Sunday, November 15, 2009

Plug-In America Meets the LEAF

Founders of Plug-in America get their first look at Nissan LEAF electric car

Open Access Article Originally Published: November 14, 2009
Carlos Ghosn, CEO of Renault/Nissan, was on hand to introduce the new Nissan Leaf electric car this morning at Dodger Stadium in Los Angeles. A large crowd of media and EV enthusiasts were on hand to drive the Nissan Versa test vehicle sporting the electric drive train of the Leaf.

The Versa is very close in size and weight of the Leaf, so the driving characteristics are pretty much what you'll see in the Leaf itself when Nissan brings it to market next fall.

Acceleration was quite good even when going uphill with the weight of three adults. Nissan's Larry Dominique says 0-60 is under 10 seconds, quick enough for most folks. Regenerative braking will be automatic with two levels, a very mild deceleration similar to what you feel when you lift your foot from a gas pedal in an internal combustion car, and a slightly stronger regen you can employ by moving a lever. It wasn't clear if the car will be enabled to "freewheel" like my RAV. For hypermilers such as myself, freewheeling is very important. I assume they'll incorporate it eventually if it's not already there.

I found the car to be a bit more attractive in person than in the photos. It's distinctive without being bizarre. The lines are clearly drawn with a low drag coefficient in mind and this accounts for the ability to average about 4 miles per kWh.

The car comes equipped with a lithium manganese battery pack made by Nissan partner, NEC. The capacity is a mere 24 kWh, 3 less than my RAV's NiMH battery holds.

The first model year comes equipped with a 3.3 kW charger that will upgrade to a 6.6 kW charger in the next model year. I confirmed that you will be able to upgrade the 3.3 to a 6.6 charger should you want to (trust me, you will want the faster charger). The Leaf will also be able to charge from a 50 kW DC charger as well. Nissan intends to install 50 of these fast chargers throughout California next year in anticipation of the cars coming to market. Fast charging will allow you to greatly extend your range without having to wait for a long charge.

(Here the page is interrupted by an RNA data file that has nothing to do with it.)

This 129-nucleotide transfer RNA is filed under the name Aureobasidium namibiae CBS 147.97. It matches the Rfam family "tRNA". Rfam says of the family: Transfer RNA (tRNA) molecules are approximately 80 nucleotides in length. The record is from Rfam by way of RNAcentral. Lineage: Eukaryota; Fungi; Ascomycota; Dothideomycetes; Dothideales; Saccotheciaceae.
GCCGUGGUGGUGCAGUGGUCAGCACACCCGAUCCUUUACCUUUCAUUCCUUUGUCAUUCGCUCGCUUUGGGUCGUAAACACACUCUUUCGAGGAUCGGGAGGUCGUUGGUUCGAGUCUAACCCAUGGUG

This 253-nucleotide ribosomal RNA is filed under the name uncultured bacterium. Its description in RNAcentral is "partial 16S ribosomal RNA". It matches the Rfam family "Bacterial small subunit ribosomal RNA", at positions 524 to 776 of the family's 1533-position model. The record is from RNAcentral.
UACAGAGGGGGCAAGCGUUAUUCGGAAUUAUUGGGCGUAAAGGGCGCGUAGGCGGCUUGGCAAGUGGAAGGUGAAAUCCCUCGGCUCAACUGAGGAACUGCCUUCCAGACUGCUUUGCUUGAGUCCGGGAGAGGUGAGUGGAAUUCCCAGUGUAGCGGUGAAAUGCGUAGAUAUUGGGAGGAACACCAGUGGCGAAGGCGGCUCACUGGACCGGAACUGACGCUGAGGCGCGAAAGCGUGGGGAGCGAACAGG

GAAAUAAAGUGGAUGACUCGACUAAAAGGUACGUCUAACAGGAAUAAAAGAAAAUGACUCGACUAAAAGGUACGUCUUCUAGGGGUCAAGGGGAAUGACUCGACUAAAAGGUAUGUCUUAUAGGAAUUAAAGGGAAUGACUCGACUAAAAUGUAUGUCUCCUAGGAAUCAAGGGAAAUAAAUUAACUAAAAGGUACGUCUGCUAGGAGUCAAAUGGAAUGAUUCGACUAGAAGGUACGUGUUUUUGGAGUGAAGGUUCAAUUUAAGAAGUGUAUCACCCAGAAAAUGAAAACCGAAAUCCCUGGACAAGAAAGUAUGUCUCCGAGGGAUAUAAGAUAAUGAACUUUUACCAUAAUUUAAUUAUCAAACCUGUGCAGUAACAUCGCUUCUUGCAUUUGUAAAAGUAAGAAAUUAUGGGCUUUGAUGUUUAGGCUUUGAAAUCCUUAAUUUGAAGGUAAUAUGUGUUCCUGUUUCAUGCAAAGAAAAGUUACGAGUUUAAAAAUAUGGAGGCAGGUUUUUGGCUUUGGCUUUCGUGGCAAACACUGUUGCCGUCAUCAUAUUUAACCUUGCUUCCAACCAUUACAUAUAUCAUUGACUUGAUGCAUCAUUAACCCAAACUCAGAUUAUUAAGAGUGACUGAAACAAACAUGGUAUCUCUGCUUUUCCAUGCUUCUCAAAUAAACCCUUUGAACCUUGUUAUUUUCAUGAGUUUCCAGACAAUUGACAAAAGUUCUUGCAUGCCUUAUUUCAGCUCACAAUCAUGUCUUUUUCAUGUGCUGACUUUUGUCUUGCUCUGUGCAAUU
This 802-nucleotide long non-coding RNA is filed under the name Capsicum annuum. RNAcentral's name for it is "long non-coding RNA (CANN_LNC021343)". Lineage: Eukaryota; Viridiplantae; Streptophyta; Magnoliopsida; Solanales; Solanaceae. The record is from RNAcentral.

This picture shows the two charge ports located under the Nissan badge in the front of the car. Level 1&2 charging will happen with the plug on the right, and level 3 fast charging with the plug on the left.

Ghosn confirmed rumors that Nissan would sell the car, but lease the battery. This initially troubled me given the problems we had a few years back when GM, Toyota and others recalled the leased EVs to destroy them, but the logic of leasing the battery works in this case.

Nissan expects to sell the car for about what a comparable gas burner would cost, somewhere in the neighborhood of $30K (this price is before the $7,500 federal tax credit and any applicable state tax credits). The gas burner would, of course, need gas, oil changes, tune ups and smog checks, so you need to add those operational costs to the total lifetime cost of ownership. With the Leaf, you pay about the same for the car, but the battery lease payment, combined with the kWh you buy to charge the battery, will be about the same or slightly less than the gas costs for the internal combustion car. You also get numerous other privileges with the Leaf, such as never spending a single minute at a gas station, no tune ups or oil changes - and the big one - you get to drive without guilt.

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